My First Smoked Turkey w/photos!

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Original poster
Nov 17, 2006
Colorado Springs, Colorado
After deep frying turkey for several years I wanted to try smoking a turkey. I had several bags of apple and cherry wood and I bought some lump charcoal (I used it to keep the temp up on several occasions). I brined it in a brine my wife and I bought from the William's & Sanoma store. Being new to smoking meat I struggled with temp control for the first hour, then I struck onto the right mix of hardwood and charcoal that kept it right around 300. Today was a bit on the cold side (and kind of windy) but I strapped on my kilt and bravely fought the elements to smoke my first turkey. The skin got a little dark (I forgot to use the EVOO on the skin) but it tastes great!
My wife is now using the bones to make a stock that will be used to make gravy that will go along with the turkey we are going to have for dinner tonight. This forum has been a fountian of information and I look forward to many more years gaining knowledge from serious smokers. Cheers!
I have also included photos!











First off, Welcome to the forum, you'll find lots of good advice from many many Q'in experts here.
The bird looks pretty good for a first attempt. What are you planning on trying next?
When I took it off the grill the internal was at 160. I wrapped it in tin foil and let it rest for 30 minutes at it ended up at 175 internal.
Since the weather was 'frightfull" I moved the smoker under my deck to get out of the wind.
My next smoking project is going to be either smoked pheasant (and Quail and Chuckars) or elk jerky. Not sure yet. I have a freezer full of both and since it is bird season again I need to clean out some of last years game birds. I will definately brine the game birds since they can dry out really quickly.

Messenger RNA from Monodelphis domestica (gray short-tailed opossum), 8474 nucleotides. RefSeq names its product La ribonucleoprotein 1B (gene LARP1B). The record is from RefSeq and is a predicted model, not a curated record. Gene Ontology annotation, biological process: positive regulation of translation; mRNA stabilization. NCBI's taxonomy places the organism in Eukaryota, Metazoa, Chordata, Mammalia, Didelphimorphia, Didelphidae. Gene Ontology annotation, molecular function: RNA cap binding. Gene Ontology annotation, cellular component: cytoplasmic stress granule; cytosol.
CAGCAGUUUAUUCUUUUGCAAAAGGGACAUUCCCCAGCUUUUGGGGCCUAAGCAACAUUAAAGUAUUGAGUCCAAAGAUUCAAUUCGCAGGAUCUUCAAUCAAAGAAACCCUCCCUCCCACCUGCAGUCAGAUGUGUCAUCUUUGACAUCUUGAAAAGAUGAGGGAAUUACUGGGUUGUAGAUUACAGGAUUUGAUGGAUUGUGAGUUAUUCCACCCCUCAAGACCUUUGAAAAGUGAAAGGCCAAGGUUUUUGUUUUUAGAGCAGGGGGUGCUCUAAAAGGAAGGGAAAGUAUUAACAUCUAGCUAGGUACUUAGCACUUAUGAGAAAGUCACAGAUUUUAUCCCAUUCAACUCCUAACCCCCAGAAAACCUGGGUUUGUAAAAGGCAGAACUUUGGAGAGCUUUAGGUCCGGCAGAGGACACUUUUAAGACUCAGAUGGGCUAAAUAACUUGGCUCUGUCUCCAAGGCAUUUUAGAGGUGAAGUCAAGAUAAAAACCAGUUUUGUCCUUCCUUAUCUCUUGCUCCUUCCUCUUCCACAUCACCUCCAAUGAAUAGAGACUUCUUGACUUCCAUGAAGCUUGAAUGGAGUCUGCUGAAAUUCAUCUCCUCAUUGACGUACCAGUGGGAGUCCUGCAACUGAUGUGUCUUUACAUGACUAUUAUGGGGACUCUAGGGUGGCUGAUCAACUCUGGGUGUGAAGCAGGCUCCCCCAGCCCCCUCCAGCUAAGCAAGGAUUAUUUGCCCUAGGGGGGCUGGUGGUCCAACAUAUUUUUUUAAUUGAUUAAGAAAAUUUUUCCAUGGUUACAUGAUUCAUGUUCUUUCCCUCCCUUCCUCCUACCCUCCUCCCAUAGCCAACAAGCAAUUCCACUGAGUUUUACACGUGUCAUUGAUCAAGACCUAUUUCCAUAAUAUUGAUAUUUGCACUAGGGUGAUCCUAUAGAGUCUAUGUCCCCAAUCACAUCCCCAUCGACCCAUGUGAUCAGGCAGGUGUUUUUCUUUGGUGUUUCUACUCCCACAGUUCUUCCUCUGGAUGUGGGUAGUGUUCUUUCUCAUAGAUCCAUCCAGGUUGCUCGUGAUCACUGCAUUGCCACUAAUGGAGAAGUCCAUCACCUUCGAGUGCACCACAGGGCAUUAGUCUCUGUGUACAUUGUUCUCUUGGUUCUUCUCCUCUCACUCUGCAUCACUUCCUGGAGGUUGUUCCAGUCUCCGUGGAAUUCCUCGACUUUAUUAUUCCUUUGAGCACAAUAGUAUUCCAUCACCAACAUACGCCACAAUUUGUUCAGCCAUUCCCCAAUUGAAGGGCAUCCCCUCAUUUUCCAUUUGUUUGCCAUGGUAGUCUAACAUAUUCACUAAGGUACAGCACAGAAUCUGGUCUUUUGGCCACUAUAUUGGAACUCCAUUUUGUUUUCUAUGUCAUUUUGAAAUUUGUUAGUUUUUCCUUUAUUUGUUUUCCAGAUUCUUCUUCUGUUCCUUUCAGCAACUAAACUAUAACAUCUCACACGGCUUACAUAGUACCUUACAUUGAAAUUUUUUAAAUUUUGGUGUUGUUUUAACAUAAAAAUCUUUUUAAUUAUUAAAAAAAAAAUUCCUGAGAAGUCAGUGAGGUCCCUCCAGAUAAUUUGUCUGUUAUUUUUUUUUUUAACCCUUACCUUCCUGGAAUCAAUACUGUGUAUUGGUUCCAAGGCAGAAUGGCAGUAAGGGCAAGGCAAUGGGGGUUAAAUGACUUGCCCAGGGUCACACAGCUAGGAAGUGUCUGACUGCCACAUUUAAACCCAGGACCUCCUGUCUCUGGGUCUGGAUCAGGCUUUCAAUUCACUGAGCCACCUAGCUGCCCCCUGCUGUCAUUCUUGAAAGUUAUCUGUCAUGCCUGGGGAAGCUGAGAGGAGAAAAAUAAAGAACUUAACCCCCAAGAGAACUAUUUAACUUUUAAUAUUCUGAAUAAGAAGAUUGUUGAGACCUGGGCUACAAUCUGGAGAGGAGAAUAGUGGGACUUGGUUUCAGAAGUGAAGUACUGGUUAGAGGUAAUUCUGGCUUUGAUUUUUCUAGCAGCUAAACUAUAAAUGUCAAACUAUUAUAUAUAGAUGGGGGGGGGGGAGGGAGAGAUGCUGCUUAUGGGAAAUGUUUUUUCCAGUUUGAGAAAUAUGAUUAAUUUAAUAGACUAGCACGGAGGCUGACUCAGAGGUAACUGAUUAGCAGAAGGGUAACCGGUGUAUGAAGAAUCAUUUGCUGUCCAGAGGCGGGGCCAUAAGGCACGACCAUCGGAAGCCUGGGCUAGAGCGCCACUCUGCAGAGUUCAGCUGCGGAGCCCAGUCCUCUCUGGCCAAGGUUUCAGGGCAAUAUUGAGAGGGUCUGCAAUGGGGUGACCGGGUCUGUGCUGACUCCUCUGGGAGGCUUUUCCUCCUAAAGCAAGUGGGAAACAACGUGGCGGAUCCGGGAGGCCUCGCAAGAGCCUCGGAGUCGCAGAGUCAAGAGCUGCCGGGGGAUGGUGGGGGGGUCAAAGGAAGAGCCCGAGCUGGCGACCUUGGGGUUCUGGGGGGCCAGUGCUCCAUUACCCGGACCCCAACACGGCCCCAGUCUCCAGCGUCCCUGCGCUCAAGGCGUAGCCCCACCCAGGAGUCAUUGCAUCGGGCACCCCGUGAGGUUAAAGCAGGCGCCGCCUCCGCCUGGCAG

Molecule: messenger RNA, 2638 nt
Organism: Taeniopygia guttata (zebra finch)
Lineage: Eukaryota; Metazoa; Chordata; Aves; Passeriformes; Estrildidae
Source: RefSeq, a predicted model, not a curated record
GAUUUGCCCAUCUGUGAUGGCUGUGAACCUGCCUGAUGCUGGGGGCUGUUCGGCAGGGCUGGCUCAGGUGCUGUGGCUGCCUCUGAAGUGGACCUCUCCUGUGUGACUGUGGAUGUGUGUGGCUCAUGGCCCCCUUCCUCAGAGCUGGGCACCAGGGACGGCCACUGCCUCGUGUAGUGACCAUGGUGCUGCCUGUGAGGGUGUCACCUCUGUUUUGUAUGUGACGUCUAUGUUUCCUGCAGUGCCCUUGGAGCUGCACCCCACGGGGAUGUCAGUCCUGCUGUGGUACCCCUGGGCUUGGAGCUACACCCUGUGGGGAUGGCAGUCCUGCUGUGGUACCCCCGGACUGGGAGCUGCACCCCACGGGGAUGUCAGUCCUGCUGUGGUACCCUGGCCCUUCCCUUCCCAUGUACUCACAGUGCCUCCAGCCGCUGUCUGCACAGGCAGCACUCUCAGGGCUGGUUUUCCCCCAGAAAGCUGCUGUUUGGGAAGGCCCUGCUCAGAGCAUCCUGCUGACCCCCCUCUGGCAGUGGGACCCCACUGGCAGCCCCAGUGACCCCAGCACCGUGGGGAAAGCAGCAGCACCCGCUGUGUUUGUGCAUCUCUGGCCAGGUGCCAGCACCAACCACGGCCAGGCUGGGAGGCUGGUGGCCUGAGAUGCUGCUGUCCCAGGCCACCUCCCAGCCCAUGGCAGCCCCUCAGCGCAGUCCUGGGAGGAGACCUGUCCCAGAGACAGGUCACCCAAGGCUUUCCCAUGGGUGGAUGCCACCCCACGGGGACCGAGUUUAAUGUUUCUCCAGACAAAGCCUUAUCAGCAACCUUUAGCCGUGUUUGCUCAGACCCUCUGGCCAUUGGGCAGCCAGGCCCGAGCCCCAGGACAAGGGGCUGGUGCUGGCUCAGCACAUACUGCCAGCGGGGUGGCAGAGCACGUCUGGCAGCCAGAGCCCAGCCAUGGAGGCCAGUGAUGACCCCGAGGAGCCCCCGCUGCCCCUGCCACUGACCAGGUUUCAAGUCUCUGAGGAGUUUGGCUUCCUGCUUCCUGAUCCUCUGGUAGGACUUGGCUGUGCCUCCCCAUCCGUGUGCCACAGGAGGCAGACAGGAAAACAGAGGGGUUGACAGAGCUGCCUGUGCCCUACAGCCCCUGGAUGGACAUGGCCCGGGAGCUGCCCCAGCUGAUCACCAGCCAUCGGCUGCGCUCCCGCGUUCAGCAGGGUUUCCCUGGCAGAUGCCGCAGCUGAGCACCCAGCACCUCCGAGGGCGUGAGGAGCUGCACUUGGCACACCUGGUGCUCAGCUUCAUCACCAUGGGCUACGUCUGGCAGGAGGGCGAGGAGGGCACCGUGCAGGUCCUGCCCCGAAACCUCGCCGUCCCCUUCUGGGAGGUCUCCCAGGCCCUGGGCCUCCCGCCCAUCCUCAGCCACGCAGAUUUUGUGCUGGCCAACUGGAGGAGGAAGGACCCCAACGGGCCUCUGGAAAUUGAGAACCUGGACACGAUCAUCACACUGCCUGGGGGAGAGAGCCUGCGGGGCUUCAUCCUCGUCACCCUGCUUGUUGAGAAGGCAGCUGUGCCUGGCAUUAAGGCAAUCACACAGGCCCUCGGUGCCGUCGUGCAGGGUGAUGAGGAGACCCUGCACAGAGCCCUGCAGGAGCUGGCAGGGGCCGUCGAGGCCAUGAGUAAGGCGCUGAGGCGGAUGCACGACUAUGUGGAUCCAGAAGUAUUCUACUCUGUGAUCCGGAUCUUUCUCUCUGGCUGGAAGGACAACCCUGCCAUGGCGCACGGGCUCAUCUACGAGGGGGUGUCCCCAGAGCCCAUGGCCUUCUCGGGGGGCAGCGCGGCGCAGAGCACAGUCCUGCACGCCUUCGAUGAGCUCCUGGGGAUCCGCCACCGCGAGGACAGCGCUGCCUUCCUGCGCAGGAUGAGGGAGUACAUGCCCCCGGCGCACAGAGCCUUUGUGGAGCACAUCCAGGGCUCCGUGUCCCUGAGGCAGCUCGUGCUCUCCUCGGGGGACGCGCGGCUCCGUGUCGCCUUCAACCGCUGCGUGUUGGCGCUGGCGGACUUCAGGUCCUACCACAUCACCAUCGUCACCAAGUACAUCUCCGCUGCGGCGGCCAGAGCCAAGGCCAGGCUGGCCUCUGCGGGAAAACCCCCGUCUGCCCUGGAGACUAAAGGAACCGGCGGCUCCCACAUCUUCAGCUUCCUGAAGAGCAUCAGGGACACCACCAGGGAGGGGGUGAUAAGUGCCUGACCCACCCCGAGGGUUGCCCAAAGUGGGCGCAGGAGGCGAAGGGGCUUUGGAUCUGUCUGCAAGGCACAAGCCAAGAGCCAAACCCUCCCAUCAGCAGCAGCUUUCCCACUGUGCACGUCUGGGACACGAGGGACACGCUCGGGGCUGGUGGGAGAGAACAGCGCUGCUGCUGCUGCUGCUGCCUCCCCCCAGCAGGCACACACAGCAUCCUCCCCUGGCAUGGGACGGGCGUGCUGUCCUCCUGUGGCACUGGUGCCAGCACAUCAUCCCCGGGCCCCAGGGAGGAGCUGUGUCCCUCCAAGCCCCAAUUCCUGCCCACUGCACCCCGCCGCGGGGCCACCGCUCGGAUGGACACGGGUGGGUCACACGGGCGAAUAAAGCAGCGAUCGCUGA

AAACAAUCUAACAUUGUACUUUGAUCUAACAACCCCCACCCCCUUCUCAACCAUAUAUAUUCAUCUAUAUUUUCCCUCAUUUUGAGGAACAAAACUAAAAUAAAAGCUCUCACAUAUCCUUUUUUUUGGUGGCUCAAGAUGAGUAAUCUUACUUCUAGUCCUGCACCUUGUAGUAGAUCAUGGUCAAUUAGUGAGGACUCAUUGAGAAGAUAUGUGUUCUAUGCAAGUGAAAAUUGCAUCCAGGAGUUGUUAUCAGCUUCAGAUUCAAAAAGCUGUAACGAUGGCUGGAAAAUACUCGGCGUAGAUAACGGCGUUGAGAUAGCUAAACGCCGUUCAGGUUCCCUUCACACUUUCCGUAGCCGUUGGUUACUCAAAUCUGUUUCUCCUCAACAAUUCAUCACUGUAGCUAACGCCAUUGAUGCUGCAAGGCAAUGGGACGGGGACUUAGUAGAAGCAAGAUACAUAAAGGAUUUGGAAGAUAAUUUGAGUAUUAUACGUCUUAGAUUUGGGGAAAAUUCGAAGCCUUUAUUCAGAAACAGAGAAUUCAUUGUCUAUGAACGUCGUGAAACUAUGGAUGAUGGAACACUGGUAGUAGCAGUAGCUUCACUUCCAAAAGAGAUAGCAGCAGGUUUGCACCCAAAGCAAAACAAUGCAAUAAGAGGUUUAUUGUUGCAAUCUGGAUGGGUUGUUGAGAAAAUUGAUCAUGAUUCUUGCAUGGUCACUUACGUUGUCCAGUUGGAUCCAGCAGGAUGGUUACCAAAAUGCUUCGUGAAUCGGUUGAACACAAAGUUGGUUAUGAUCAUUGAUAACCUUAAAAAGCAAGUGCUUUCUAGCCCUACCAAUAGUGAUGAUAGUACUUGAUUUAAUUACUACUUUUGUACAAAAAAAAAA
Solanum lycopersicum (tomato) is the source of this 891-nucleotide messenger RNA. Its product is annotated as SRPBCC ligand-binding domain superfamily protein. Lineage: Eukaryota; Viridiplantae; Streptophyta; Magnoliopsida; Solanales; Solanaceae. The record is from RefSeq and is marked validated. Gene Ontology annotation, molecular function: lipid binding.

Oh and the gravy my wife made with this turkey is AWESOME! It has a great smokey flavour that is going to go great with the meatloaf I'm going to make tonight. I'm using some of the elk meat I have in the freezer to mix in with the pork and beef.
Aye, lad-when you said that you were strapping on yer kilt and knowin' that Colorado has been having some "blustery" weather; I thought ye was either a might daft or a true son of the Highlands and it's as plain as the cold nose on yer face that you're not daft! :P

Grand looking bird you have there Rik, but you really ought to do something about you legs-maybe a bit of a tan? :mrgreen:
Sadly being a true son of the highlands that I am, I burn if I stand in front of a open refrigerator for too long! Sadly my legs and the belly of a trout share the same colour and get the same amount of sun!
Nice Bird, Rik. If you tone it down to "Thin Blue Smoke", your Bird may not be so dark. I can say say that it looks much better than the 1st Bird I ever tried eons ago! LOL!

I have a good friend who lives in Edingurgh (Kilts and all!).

What are some of the methods to thin down to "thin blue smoke"? I am new to the world of smoking am trying to learn the art of smoke/fire control. Any tips to offer?
"Thin Blue Smoke" is the Nirvana of Smoking Meat. Learning proper smoke and heat control is mainly a trial and error method due to the fact that most cookers are quite different. What works for one may not work for another.

Always make sure the damper on your chute (chimney) is wide open and control heat with the damper of your Firebox. Don't be afaid to remove coals or wood if the temps get too hot or too much smoke is permeating the cooking chamber. If smoke is bellowing out of your chute and the sides of the chamber, you're using too much smoke! You want to achieve small "wisps" of blue smoke from the chute. The cooker in your avatar needs a baffle from the opening of the firebox into the cooking chamber and at least 3 inches of the chute should extend into the chamber. These Mods are easy and can be found throughout the site.

If you look up my Burn Barrel technique, Thin Blue Smoke is easily achieved because you are feeding the Firebox real wood embers and no extra wood is added to the Firebox. You just need a good supply of wood, and from what I see, you have plenty around you.

Hope this helps!

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